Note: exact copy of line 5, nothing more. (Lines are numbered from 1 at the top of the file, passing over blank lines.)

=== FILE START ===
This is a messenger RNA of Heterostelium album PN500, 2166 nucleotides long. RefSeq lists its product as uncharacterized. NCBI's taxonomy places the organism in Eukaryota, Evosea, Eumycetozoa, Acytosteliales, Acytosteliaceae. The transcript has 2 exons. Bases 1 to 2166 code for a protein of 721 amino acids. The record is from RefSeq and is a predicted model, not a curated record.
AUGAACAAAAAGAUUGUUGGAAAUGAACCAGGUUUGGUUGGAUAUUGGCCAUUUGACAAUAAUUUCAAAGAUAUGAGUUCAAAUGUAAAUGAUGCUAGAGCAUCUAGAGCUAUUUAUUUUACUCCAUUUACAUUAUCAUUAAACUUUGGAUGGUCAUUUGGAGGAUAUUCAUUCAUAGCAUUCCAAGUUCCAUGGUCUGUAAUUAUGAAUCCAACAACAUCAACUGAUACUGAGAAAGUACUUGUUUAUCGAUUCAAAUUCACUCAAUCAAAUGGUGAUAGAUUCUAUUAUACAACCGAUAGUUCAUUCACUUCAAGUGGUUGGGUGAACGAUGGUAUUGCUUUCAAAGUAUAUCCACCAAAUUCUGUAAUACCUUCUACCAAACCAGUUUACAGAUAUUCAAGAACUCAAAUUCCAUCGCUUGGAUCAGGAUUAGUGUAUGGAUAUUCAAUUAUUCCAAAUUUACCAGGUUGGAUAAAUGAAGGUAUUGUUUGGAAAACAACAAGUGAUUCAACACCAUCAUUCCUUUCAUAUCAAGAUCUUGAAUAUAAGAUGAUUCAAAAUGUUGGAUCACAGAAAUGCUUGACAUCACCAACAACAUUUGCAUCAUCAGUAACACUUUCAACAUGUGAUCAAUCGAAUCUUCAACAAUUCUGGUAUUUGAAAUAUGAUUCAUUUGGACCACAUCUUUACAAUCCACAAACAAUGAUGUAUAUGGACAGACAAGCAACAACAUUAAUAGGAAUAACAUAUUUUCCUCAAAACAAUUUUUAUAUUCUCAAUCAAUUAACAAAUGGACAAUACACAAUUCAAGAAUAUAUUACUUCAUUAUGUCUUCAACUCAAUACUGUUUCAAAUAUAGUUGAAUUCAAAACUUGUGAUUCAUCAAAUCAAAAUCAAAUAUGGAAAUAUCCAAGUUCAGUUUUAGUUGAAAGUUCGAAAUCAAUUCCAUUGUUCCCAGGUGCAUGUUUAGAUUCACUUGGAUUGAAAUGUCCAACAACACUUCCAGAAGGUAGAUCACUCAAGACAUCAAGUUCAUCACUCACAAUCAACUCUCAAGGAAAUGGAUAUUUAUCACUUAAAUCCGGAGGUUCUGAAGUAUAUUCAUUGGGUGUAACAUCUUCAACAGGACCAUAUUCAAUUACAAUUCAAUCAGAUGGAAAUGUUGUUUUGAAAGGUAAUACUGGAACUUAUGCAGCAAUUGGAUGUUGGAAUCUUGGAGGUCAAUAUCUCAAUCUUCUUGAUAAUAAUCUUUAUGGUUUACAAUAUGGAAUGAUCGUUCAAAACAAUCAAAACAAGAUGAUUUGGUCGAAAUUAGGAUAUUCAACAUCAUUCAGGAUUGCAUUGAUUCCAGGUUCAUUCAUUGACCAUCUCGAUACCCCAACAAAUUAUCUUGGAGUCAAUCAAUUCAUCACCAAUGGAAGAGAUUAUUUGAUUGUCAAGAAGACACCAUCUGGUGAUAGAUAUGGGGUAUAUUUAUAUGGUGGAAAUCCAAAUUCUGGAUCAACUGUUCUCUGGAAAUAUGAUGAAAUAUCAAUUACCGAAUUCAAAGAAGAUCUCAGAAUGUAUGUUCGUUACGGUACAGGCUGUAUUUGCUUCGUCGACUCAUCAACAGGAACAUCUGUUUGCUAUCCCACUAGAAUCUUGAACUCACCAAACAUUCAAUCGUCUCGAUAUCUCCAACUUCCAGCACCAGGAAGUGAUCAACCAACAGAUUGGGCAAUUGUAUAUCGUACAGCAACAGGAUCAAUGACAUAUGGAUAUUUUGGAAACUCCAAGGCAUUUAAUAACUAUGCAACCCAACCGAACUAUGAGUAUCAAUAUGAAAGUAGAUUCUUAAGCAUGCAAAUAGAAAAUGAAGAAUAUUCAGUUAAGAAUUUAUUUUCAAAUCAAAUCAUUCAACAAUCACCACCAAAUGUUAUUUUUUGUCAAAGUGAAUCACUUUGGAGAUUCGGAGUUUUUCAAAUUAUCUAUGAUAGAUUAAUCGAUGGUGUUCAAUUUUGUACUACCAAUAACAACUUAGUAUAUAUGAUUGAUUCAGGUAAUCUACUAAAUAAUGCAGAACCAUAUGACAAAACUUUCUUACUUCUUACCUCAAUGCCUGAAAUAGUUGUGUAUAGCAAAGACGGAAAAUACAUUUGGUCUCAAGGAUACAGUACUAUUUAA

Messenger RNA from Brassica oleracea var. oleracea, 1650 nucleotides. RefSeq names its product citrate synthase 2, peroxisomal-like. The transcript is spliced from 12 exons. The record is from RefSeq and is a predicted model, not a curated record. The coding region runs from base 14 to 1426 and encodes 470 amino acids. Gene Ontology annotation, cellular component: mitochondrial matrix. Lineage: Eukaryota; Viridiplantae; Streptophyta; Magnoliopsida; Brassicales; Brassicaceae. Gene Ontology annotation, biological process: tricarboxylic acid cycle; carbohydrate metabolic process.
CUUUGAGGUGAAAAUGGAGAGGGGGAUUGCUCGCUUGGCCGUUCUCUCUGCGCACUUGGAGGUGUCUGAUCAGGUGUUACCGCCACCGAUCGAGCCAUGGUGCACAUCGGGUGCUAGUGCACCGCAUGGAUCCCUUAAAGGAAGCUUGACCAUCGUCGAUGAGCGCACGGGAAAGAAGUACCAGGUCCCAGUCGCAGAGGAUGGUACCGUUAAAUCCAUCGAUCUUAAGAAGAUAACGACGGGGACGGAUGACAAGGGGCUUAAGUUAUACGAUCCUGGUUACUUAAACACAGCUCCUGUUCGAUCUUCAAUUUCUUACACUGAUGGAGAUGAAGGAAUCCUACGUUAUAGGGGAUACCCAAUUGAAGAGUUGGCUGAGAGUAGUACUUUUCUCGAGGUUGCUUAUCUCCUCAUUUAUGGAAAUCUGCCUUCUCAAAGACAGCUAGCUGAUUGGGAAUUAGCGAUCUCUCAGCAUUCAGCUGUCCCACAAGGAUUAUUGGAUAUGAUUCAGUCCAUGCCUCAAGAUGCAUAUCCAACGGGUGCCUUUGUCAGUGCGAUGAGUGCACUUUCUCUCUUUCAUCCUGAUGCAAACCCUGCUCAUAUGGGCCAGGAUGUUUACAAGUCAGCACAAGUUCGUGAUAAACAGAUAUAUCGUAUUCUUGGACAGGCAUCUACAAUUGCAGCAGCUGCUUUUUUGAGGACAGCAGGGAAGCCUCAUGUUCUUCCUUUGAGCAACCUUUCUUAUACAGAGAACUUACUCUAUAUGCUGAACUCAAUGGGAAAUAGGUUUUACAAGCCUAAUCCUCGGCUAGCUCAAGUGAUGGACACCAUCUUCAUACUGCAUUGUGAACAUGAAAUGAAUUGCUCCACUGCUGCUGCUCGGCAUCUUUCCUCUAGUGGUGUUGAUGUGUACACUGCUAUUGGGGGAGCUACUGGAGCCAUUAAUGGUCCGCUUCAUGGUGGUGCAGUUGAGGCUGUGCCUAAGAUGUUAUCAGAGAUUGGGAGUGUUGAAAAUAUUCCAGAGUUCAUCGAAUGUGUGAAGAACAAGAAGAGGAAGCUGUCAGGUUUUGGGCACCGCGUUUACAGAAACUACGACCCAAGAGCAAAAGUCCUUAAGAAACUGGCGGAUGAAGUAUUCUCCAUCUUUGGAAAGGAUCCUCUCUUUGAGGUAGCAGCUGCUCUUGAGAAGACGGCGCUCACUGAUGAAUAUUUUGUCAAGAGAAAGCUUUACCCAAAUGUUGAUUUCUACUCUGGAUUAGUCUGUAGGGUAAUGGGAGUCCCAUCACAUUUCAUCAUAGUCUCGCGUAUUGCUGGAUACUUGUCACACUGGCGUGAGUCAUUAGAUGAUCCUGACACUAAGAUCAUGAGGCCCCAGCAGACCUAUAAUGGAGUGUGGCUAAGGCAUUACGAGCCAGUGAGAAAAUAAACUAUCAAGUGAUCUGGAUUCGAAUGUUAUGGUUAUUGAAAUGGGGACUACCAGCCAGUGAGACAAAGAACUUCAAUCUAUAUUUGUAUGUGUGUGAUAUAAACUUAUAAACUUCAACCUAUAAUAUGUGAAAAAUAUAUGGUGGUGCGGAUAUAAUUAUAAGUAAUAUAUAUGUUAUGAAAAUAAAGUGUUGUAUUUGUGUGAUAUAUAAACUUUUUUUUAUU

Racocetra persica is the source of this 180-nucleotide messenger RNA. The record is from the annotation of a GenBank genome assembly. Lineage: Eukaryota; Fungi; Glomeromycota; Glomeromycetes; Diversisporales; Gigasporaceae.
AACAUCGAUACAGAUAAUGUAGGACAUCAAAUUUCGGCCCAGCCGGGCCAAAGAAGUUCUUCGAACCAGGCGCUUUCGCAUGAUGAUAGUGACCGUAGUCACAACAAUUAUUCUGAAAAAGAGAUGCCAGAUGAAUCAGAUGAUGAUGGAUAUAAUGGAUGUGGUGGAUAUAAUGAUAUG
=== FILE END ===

Racocetra persica is the source of this 180-nucleotide messenger RNA. The record is from the annotation of a GenBank genome assembly. Lineage: Eukaryota; Fungi; Glomeromycota; Glomeromycetes; Diversisporales; Gigasporaceae.